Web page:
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Date:      Sun, 2 Feb 2014 18:45:46 +0000
From:      RW <rwmaillists@googlemail.com>
To:        freebsd-questions@freebsd.org
Subject:   Re: UFS(2) portable driver for other OS
Message-ID:  <20140202184546.1aa51b6f@gumby.homeunix.com>
In-Reply-To: <20140131150601.53ee40f4.freebsd@edvax.de>
References:  <CAFYkXj=xGbnVfJuBwXmj+gu5gR7sWxk6o48rJ233N-=eRcTpyw@mail.gmail.com> <20140131150601.53ee40f4.freebsd@edvax.de>

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On Fri, 31 Jan 2014 15:06:01 +0100
Polytropon wrote:

> On Fri, 31 Jan 2014 14:41:13 +0100, CeDeROM wrote:
> > Hello :-)
> > 
> > Some time ago I have definitely moved from EXT2 to UFS2. This
> > greatly improved my speed and stability on FreeBSD, but I somehow
> > lost access and portability for other OS in "native" read-write
> > mode.
> 
> The lowest common denominator is msdosfs (DOS FAT) which is
> usable in r/w nearly everywhere. If you require long file
> names, you need the 16 bit version. This is commonly considered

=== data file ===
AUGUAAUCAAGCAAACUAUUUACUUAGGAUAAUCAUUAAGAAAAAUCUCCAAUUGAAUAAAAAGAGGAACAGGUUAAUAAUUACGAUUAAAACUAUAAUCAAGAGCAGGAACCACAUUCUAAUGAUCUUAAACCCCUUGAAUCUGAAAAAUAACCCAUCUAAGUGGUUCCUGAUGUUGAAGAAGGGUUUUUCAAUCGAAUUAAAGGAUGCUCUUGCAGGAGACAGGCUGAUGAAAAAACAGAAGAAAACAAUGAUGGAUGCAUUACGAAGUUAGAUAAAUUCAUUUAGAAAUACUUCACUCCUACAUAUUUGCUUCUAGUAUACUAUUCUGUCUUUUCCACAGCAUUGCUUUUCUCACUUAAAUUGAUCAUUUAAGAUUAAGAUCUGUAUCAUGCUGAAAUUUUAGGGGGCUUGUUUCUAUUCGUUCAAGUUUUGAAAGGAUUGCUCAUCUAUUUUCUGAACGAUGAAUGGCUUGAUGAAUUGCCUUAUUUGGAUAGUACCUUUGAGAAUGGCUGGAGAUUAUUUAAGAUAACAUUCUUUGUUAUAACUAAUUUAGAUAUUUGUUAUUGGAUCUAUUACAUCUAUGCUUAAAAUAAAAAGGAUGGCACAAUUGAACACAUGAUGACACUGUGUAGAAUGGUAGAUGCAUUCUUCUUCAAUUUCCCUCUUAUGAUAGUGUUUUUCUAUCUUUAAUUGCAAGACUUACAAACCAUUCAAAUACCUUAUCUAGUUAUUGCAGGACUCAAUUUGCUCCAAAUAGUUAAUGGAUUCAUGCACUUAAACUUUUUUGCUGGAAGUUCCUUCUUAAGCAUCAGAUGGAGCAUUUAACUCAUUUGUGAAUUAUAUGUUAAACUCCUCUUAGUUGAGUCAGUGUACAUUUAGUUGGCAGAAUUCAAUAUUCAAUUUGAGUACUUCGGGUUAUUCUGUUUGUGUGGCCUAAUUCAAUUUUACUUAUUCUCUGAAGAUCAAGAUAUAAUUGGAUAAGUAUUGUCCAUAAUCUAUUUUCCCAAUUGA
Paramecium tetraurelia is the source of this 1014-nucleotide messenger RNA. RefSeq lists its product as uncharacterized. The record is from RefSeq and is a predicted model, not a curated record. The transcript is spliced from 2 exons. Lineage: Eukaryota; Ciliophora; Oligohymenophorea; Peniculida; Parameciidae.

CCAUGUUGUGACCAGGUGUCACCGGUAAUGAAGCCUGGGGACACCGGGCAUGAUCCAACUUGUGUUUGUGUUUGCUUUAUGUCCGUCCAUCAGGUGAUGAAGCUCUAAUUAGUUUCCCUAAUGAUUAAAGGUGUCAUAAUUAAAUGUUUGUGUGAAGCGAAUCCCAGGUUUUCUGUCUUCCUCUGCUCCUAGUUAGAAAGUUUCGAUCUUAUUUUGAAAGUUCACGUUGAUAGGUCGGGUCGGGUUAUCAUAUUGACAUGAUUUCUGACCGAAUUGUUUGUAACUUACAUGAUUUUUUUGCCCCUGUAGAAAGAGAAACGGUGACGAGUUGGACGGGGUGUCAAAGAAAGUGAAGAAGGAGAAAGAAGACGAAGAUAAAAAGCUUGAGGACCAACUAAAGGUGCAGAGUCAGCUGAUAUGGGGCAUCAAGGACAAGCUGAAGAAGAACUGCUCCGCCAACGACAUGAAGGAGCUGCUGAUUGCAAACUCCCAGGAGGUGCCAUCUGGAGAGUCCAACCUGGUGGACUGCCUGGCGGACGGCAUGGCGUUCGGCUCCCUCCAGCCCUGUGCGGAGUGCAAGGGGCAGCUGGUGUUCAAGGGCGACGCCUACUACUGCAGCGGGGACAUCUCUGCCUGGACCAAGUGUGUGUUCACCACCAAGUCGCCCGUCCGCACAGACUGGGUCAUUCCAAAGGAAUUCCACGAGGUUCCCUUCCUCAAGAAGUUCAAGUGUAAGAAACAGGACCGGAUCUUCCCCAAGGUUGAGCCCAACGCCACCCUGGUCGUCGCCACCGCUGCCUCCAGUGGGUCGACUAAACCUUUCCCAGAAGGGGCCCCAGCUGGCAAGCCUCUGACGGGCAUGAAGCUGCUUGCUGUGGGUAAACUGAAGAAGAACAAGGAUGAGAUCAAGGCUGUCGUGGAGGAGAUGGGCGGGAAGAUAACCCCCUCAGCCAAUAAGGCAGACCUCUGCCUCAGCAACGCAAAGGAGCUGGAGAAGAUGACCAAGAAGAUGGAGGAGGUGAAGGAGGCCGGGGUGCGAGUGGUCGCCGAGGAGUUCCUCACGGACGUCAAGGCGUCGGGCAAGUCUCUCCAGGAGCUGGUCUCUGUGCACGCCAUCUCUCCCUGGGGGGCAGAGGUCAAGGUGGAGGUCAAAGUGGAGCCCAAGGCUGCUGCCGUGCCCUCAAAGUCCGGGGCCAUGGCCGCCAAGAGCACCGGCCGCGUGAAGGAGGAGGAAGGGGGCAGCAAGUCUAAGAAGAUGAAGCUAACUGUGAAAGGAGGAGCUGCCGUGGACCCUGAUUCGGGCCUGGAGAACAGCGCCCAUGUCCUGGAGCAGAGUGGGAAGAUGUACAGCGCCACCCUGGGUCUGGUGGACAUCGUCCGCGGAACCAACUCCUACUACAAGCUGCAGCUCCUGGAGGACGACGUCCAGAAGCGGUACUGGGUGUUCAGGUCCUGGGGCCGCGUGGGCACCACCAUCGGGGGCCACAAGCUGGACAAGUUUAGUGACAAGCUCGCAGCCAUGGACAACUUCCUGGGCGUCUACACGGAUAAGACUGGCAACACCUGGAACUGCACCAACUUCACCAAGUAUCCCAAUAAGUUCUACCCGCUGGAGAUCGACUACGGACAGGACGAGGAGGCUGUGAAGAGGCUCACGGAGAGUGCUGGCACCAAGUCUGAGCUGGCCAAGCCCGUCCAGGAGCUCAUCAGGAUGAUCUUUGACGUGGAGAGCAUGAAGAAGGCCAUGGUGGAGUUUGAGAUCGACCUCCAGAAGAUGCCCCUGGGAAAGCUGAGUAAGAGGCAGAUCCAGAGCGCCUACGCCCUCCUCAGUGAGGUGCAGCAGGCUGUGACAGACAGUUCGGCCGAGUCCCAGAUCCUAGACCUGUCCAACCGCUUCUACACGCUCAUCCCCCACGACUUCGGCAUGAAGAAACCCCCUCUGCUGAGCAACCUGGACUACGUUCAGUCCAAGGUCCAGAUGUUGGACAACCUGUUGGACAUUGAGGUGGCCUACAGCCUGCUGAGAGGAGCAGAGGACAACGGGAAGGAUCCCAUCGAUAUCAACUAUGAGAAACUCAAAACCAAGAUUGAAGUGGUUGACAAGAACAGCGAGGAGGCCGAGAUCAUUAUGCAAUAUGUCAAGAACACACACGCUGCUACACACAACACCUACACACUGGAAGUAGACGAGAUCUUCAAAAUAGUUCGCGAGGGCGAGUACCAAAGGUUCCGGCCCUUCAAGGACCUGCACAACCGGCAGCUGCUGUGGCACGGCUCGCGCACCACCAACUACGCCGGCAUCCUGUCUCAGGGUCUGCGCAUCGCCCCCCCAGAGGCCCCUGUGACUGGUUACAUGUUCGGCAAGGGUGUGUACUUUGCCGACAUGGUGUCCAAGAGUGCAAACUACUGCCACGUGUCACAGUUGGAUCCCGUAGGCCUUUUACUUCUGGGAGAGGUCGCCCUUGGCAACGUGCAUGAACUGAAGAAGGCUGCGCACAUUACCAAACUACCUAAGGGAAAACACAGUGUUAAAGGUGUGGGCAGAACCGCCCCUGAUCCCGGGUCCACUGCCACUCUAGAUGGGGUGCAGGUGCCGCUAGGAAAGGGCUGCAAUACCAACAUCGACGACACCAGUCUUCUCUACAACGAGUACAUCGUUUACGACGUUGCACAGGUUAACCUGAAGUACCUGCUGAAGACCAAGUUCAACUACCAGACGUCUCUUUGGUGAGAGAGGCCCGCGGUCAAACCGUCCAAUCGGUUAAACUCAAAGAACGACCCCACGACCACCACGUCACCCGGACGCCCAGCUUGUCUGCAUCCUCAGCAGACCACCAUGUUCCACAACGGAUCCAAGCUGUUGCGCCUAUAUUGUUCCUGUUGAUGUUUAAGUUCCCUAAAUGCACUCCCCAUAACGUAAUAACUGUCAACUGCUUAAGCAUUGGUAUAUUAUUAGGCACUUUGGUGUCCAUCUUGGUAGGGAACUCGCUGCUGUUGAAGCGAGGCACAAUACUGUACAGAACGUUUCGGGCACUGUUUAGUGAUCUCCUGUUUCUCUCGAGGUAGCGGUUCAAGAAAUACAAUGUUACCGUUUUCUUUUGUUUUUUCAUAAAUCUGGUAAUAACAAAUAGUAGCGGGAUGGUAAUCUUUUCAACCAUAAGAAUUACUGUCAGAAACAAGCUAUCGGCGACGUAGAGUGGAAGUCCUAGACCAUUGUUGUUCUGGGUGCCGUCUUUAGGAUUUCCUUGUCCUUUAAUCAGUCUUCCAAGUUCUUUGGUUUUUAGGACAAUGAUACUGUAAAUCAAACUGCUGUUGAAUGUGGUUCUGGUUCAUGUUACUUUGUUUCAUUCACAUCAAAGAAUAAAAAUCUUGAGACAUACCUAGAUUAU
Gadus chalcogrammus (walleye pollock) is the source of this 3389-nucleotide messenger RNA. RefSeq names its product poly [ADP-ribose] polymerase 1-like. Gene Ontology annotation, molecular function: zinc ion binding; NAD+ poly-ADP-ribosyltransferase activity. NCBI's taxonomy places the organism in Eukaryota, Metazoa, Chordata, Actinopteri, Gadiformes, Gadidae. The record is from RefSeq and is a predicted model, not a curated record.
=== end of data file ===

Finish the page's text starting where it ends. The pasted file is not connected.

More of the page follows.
> the "typical solution" for the problem you're describing, even
> though it doesn't really look any attractive because, as I
> said, it's the _lowest_ common denominator where "lowest" is
> determined by the inability of "Windows" products to be
> willing to accept anything that isn't made, approved, certified
> and sold by MICROS~1. :-)

In FreeBSD 10 the new fuse ntfs is much better than any previous ntfs
support. I use that for multimedia storage these days. So far it's
worked just fine on FreeBSD, Windows and my Samsung TV - I don't have
Linux but I doubt it's any worse. msdosfs may be more mature, but it's
still an accident waiting to happen.



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